SONA: 'It could only have been a jammer'

Read time 3min 10sec
The jammer used in Parliament would have been clandestine, and fitted into a large briefcase.
The jammer used in Parliament would have been clandestine, and fitted into a large briefcase.

The disruption to cellphone signals that marred last week's State of the Nation Address (SONA) could only have been caused by a jamming device, it has emerged.

This comes as a Parliamentary probe is already under way into what government ministers are referring to as a "technical glitch", and the Democratic Alliance demands the Independent Communications Authority of SA (ICASA) probe the loss of cellphone signal during Thursday's SONA.

Allegations of cellphone jamming delayed the start of president Jacob Zuma's SONA by around 15 minutes as members of Parliament raised a point of order because no mobile signals were available in the house. Opposition members chanted "give back the signal" and insisted the evening could not proceed without free access to frequency, which was subsequently restored.

Clandestine device

IRS Forensic Investigations CEO Chad Thomas says there is "only one reason there was no cellphone signal," and that is because a jamming device was used. Thomas' statements are seemingly backed up by the fact that ICASA has not received any reports of signal disruption outside the house, and Vodacom - SA's largest operator - has likewise not had any complaints from the broader Cape Town area.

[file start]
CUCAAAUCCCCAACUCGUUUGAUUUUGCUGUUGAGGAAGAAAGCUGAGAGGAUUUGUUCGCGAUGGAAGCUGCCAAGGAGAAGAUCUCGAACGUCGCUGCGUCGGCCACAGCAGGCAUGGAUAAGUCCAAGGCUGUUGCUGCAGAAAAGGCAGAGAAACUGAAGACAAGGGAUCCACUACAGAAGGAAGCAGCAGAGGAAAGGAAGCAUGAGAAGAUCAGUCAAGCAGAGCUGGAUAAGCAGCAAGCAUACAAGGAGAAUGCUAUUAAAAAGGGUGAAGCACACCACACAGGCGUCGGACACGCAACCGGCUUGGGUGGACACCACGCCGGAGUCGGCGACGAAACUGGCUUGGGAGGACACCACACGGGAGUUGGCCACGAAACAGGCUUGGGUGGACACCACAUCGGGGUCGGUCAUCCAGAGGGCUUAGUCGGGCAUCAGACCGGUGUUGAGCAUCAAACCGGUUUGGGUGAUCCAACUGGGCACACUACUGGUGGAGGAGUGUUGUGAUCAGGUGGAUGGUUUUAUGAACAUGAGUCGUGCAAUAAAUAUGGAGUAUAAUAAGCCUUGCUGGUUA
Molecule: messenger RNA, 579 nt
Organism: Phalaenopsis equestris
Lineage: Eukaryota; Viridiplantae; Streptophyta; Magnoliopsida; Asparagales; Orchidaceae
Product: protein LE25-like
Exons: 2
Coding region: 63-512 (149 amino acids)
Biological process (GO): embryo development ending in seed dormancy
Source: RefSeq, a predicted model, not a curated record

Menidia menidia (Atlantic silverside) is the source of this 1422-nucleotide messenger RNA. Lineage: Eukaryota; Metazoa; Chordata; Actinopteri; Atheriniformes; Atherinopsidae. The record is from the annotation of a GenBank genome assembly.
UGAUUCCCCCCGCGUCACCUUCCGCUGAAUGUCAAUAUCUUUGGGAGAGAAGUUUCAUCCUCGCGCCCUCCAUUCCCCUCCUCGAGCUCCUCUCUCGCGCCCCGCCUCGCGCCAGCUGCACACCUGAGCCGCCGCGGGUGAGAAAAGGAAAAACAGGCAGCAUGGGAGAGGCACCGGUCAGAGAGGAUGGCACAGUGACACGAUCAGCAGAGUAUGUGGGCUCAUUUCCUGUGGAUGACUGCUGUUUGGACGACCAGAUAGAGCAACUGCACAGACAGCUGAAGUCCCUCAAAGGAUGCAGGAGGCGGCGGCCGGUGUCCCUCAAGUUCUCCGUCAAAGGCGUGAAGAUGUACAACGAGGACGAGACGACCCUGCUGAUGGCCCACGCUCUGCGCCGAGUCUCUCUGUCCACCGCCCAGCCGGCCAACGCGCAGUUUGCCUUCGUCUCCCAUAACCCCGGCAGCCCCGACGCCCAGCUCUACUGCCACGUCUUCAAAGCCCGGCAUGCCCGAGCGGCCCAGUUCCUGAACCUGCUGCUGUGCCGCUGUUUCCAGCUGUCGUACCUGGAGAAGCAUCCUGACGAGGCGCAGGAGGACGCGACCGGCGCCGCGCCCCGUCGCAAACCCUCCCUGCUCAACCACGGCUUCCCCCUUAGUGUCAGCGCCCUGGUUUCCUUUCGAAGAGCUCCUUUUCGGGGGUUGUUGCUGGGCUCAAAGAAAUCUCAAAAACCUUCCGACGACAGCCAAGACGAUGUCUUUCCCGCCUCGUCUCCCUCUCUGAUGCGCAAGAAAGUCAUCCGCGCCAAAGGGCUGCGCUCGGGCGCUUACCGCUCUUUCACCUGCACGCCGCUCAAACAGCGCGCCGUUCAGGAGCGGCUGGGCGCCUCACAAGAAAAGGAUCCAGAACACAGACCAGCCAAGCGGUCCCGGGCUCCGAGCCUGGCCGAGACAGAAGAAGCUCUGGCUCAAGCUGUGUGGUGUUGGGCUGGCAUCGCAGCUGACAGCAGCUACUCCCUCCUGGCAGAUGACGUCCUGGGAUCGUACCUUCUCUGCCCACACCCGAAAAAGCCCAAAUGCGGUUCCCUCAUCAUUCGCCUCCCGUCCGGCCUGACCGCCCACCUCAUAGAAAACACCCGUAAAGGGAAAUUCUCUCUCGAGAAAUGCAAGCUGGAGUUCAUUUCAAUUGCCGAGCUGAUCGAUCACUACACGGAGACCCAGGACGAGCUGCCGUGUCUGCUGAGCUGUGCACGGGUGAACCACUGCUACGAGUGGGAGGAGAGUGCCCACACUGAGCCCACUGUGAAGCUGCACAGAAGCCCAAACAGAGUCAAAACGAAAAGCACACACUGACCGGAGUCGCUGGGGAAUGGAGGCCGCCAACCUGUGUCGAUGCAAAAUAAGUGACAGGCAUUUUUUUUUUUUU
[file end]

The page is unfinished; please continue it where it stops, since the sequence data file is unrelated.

Thomas says the jammer would have been military grade, but of the sort that is used covertly, and would have fitted into a briefcase of the size lawyers often tote around. He notes "jamming is a real reality" and the devices - although illegal - are often used in house robberies.

Jammers are used to create white noise and can knock out almost any frequency, says Thomas. The only instance in which jamming is legal, says ICASA, is when the devices are used by National Security Cluster Departments.

Empty mission

ICT expert Adrian Schofield has also rubbished the state's position that the issue was a glitch, noting that when the "noise" around the signal blocking got too loud, instructions were sent to restore cellphone signals. He notes the situation was "obviously well-orchestrated" and designed to stop people streaming footage of when the Economic Freedom Fighters were removed. "You don't accidently leave a jammer lying around, or accidently switch it on."

On Friday, Parliament's speaker of the National Assembly, Baleka Mbete, and chairperson of the National Council of Provinces, Thandi Modise, requested secretary to Parliament, Gengezi Mgidlana, to look into "problems with mobile phone connectivity which were reported in the press bay".

Mbete's spokesperson, Mandlakazi Sigcawu cannot give a timeline for when the probe will be completed, but says the media will be briefed once it is finalised, and Parliament is mindful of the need to have feedback as soon as possible.

ICASA says it may also institute its own probe, if necessary, and in the meantime will liaise with Mgidlana.

Meanwhile, government is referring to the matter as a "technical glitch". Clayson Monyela, spokesman for the Department of International Relations and Cooperation, says this is until the probe has been finalised, and the incident can be given its proper name. He says no one currently knows what happened, but government is "not denying what may have been jamming".

Schofield suspects nothing will come of the probe because the device will have been removed, leaving investigators with no evidence. "How can you pursue it, when the people who agreed to it are the people in charge?"

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